[11] The resulting TZT is 227 km, which is thinner than the global average of 241–242 km [Flanagan and Shearer, 1998; Lawrence and Shearer, 2006]. The thinned TZ we infer is created primarily through the depression of the 410-km discontinuity to a path-averaged depth of 435 km. If this depression is of purely thermal origin, the deflection relative to the global mean depth of 418 km [Flanagan and Shearer, 1998] corresponds to a temperature increase of 129 K [Katsura et al., 2004]. We observe the 660-km discontinuity at 662 km depth, within error (5–7 km) [Revenaugh and Jordan, 1989] of the global mean value of 660 km [Flanagan and Shearer, 1998]. The temperature anomaly inferred to produce the 410-km depression should also cause the 660-km discontinuity to shallow by 1.7–8.5 km due to the negative Clapeyron slope of the post-spinel transformation at 660 km [Katsura et al., 2003]. Though we do not observe the expected shallowing at 660 km, the lower bound of the deflection predicted by the Clapeyron slope is within error of our measurement. Additionally, the post-garnet transition in this region of the mantle may counteract the expected shallowing of the 660-km discontinuity [Hirose et al., 2001] and so our observation is consistent with a hot thermal anomaly extending through at least TZ depths.

[12] The TZT can also be related to a temperature perturbation using constraints from phase relations and seismic velocities [Stixrude and Lithgow-Bertelloni, 2005]. This method is less biased by the velocity and tomography models used in the depth calculations, yielding a likely more accurate estimate of the thermal anomaly, although multiple phase transitions at the base of the TZ may bias the result. The 227 km TZT corresponds to a temperature increase of 87 K. The temperature calculation based on TZT [Stixrude and Lithgow-Bertelloni, 2005] considers the influence of a peridotite phase assemblage rather than basing the temperature on the olivine component alone; this partly accounts for the differences in temperature calculated with the two methods. The thermal anomalies calculated from both the TZT and discontinuity depth deviations are consistent with the increase of 50–250 K observed from petrologic thermometers at ocean island basalts relative to mid-ocean ridge basalts [Lee et al., 2006], indicating that the temperature anomaly extends to at least TZ depths.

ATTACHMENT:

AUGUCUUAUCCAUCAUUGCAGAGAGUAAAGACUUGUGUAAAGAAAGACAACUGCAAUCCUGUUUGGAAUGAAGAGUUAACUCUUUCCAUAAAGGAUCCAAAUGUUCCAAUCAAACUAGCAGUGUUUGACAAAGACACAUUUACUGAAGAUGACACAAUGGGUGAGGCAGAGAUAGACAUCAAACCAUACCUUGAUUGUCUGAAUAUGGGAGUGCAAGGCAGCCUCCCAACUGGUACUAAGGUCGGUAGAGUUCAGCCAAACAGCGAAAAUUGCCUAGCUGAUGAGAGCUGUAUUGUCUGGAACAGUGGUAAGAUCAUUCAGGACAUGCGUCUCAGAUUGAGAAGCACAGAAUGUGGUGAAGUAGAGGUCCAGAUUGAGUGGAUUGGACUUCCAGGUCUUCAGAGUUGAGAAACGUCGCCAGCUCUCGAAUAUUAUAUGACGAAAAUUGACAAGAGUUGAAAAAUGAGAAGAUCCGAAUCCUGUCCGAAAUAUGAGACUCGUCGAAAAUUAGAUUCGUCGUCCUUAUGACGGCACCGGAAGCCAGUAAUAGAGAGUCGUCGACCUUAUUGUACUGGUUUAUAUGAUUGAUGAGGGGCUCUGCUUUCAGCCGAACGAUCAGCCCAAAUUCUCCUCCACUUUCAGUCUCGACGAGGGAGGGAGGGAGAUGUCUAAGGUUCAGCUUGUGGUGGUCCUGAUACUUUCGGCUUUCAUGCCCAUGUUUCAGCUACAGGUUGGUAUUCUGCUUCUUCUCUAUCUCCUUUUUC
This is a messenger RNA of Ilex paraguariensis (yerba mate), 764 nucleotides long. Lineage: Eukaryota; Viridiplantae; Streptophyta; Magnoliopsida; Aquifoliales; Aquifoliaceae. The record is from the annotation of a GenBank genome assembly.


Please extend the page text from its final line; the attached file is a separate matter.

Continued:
[13] The deviation of TScS from the reference models is smaller than expected based on most tomographic velocity maps of the area (e.g., a delay of 2.7 s is expected based on tomography from Megnin and Romanowicz [2000]), but one must be careful to consider the particulars of the study area and other influences on TScS. Our results average TScS over an epicentral distance of 3°, which may damp out an anomalous travel time as multiple ScS reverberations travel away from the source, near the plume head, to the receiver. The proposed plume source at the base of the mantle is even farther to the southeast [Steinberger and O'Connell, 1998], which may amplify this effect. If the velocity structure is caused by a plume with narrow cross-sectional area [e.g., Sleep, 1990], the ScS phases may deviate from the expected path to take advantage of faster velocities outside the plume. These explanations likely contribute to some extent to our observation, but are unlikely able to completely cancel out the expected anomaly based on tomography.

[14] Other interpretations involve the plume structure in the lower mantle. One explanation is simply that the Hawaiian plume originates at the boundary between the upper and lower mantle rather than at the core-mantle boundary. This may reconcile the discrepancy in travel time anomalies but is inconsistent with seismic observations of slow velocities beneath the TZ in the region. A similar explanation incorporates a whole-mantle plume with a lower-mantle structure that deviates away from the Hawaiian Islands. P-wave tomography [Montelli et al., 2004] shows the plume branching into two structures located on either side of the Hawaiian Islands below approximately 1000 km depth. Our data may be sampling a thermal anomaly related to the plume in the upper mantle but sampling the area between plume branches in the lower mantle. S-wave tomography [Montelli et al., 2006] shows similar structure for the mantle plume in the lowermost mantle, although in this model the anomalous thermal structure disappears in the lowermost mantle rather than branching into different areas.